By Jan Skorupa, Wojciech Raszewski, Eryk Skotarczak and Maciej Głowiak, March 2019
In February 2019 Poznań Supercomputing and Networking Center (PSNC) started experiments with ambisonic recordings and multi-channel sound projection, which are related to the Immersify project. A jazz band called Anomalia (members of which are students of the Ignacy Jan Paderewski Academy of Music in Poznań) was invited to take part in the project. The audio content recorded by the band was mixed in a spherical ambisonic space created by 24 loudspeakers in the New Media Laboratory of PSNC. In addition to the sound recordings, 8K and 360° videos were produced to show Anomalia’s performance. The audio material was eventually encoded as ambisonic sound of the third and fifth order, then decoded binaurally and finally combined with a 360° video. All of that required a proper workflow for the production and mixing of surround sound for the Immersify project.
The project began with the search for a suitable music band. Thinking about the aim of the recordings, the band we were looking for had to have a sufficiently large line-up and diverse material, which would provide an interesting projection of the spatial sound. Anomalia met our expectations as it is a jazz septet with musicians playing: drums, double bass, guitar, tenor saxophone, soprano saxophone, trombone and trumpet.
On 7 February 2019 the musicians met with researchers from the New Media Department of PSNC in order to make test recordings. For this task, a sound-adapted event room located in the PSNC was used. The place was illuminated in an atmospheric way using some historic stage lamps. We placed the members of the band in a circle, although we did not try to separate each of the instruments. We wanted to achieve the most spatial and natural recording possible. To record wind instruments we used DPA 4099 microphones. An additional condenser SE2200a microphone was used for tenor saxophone in order to obtain more accurate recording of lower frequencies. For the recording of the double bass we used line output from the amplifier – this solution, however, was not fully satisfactory because in that configuration it was impossible to record the interactions between strings. So, to achieve the desired effect, we additionally installed a DPA instrumental microphone. In the case of the electric guitar, in order to get the deepest possible sound, two different types of microphones were used: dynamic Shure SM57 and condenser Audio Technica AT 2050. Additionally, to obtain ambient sound, Ambeo VR Mic from Sennheiser was suspended from the ceiling above the Insta360 Pro camera, which made first order ambisonic recordings possible. The material from this microphone served in the further stage (mix) as the basis for multi-loudspeaker projection. The live recording was made using Midas Pro’s microphone preamps and converted to Dante through KlarkTeknik DN9650. The digital signal was then sent to a recording workstation with Reaper DAW installed.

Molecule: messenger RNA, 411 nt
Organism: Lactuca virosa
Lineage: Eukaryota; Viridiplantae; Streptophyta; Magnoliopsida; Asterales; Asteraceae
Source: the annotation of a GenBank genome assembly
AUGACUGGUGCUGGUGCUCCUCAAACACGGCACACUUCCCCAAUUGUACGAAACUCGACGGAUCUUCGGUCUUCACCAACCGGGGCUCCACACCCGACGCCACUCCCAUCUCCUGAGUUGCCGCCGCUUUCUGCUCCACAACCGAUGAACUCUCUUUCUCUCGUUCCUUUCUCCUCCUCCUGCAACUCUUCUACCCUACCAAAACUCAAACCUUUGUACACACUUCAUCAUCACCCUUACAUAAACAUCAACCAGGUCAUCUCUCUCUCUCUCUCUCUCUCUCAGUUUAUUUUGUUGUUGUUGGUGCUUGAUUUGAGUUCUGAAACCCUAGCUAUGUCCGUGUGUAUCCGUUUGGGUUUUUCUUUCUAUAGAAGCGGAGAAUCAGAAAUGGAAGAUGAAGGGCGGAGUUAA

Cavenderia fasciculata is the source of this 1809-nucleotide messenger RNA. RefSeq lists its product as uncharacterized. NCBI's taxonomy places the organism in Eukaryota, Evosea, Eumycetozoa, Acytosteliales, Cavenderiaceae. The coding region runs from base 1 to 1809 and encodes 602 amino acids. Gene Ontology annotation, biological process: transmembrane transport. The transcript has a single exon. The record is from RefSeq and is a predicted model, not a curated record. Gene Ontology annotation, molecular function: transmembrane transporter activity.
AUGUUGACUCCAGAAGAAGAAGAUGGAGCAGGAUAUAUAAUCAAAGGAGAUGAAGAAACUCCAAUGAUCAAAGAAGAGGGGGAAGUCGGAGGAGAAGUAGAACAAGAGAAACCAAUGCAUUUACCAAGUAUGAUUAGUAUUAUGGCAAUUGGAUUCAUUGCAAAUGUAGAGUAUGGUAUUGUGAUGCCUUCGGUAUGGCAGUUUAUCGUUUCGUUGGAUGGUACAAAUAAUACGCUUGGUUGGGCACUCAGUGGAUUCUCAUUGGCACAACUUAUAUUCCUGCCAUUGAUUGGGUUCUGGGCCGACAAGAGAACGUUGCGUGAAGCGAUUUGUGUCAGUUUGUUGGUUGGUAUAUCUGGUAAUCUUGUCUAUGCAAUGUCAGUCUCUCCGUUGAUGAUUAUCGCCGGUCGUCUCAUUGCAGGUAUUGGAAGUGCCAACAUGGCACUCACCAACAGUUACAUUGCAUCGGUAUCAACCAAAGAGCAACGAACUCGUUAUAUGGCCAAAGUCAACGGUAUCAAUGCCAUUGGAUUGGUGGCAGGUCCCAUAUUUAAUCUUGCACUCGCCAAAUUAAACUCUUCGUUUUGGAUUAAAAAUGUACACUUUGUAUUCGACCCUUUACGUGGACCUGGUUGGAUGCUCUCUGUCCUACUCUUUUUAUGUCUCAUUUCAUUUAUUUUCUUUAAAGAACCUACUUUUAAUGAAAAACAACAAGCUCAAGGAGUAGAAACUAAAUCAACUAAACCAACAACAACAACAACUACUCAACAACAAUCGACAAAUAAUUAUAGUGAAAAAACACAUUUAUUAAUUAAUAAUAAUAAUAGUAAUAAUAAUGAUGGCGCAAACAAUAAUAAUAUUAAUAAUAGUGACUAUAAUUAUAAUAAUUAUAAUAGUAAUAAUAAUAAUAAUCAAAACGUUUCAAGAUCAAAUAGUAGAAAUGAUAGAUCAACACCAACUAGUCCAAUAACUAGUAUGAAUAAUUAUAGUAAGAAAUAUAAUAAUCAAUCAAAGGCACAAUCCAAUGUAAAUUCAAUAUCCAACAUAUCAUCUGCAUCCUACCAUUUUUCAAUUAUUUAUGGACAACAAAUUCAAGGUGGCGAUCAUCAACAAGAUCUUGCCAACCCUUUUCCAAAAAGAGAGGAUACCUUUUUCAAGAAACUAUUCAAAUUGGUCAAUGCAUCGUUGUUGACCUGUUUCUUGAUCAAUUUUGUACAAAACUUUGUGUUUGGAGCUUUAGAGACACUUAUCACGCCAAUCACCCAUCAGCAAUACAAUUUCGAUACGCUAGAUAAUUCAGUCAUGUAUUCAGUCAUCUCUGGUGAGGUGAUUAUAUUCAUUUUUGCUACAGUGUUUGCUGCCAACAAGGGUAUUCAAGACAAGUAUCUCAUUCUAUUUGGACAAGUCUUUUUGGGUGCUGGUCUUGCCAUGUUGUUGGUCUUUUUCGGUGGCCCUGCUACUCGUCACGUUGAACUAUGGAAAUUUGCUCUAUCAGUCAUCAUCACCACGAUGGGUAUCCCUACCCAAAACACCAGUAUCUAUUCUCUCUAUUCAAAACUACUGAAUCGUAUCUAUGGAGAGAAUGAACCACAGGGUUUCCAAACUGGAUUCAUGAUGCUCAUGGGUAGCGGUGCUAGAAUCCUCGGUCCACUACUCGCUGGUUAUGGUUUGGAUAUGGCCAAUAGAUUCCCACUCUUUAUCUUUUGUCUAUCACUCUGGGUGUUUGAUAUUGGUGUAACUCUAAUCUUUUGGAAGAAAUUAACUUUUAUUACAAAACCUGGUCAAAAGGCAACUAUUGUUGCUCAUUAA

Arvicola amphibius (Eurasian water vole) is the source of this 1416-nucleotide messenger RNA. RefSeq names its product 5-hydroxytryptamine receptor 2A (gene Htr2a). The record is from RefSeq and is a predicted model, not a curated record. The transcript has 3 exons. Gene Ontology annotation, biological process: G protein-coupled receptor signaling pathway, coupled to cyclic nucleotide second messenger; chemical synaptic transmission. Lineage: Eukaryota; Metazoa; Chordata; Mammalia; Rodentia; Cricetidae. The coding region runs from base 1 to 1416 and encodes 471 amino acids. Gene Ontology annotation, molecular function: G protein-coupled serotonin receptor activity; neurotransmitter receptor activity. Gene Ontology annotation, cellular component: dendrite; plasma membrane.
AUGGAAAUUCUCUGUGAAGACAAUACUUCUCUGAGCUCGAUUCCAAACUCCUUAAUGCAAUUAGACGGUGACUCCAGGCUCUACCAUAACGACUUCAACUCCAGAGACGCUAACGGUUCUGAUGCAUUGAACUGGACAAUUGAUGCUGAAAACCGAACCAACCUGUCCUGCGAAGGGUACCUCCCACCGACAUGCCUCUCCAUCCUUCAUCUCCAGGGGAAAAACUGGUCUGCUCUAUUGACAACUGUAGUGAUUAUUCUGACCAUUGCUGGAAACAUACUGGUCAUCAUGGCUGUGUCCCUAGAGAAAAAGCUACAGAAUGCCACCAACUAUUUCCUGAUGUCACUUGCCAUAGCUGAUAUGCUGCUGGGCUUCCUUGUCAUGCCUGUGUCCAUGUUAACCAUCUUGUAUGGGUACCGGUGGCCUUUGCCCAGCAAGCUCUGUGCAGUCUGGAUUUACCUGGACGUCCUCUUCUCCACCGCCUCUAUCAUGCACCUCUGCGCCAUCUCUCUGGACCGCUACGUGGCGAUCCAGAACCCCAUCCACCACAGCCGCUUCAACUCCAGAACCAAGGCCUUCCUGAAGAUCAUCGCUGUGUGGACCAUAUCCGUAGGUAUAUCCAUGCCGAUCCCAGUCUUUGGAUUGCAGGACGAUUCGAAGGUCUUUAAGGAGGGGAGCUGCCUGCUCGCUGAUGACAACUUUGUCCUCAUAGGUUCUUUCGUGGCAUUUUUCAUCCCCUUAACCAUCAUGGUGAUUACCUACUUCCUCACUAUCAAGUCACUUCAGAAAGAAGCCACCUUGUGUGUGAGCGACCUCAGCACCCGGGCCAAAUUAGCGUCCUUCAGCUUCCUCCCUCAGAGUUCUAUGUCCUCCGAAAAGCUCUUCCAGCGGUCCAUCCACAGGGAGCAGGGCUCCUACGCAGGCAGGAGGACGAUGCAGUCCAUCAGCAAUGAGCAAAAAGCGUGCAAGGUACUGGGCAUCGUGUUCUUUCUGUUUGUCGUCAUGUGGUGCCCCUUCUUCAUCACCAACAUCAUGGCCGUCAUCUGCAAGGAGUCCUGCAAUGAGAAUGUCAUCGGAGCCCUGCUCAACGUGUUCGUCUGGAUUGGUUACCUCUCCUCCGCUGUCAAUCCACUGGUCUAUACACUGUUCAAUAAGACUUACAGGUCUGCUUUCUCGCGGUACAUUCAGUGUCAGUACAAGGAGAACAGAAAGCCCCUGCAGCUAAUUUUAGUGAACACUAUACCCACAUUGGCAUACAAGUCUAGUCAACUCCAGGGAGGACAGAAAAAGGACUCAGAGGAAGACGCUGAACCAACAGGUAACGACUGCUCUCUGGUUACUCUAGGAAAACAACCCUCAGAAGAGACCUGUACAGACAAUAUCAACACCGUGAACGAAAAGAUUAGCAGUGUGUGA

In order to mix the obtained material, a spherical ambisonic installation of 25 Genelec 8010A loudspeakers (including one subwoofer) and was set up in a separate studio. The loudspeakers were arranged in three ring planes at different heights. The first ring was placed at 30 cm from the ground, where the speakers were located at the angle of 45 degrees towards the center of the sphere; the second ring – at 165 cm, where the speakers were not tilted towards the listening point; and a third ring – at 280 cm, where the speakers were inclined at the angle of 45 degrees towards the center of the sphere. The subwoofer was positioned at the front of the speaker block.
To operate the whole system we used a Focusrite Rednet 3 interface to convert Dante output from the DAW to four ADAT links. That, however, was connected to four Behringer ADA 8200 D/A converters. Such interface combination allowed us to support 32 balanced analog signal outputs.
Mixing and production of audio files
The main problem with mixing of the recorded material in the multi-loudspeaker installation was finding proper tools. The first task we had to cope with was the selection of an appropriate DAW, which would allow us to work on such production more confortably. After many tests we decided to use Reaper – an application that let us to create tracks containing up to 64 audio channels with ease. In addition Reaper also supports export of the final product to a 64-channel WAV file. The next step was to find an appropriate external software for realization of acquired recordings in ambisonic space. For this purpose we used VST plugins, which were created in the Institute of Electronic Music and Acoustics at Kunst Uni Graz. These tools enabled a comprehensive mix and free spatialization of the recordings in an ambisonic system up to seventh order, as well as binaural representation of the effect using HRTF (Head – Realated Transfer Function).
The recordings were an experiment connected with the production of the 3D audio within the Immersify project. The audio content as well as created workflow significantly contributed to the creation of the cutting edge Immersify software. It is a major step forward in the accomplishment of embedding 3D sound into an application that serves as a sophisticated audio and video player. Currently further work is in progress – we are pursuing the combination of high resolution 8K video with the recorded ambisonic material.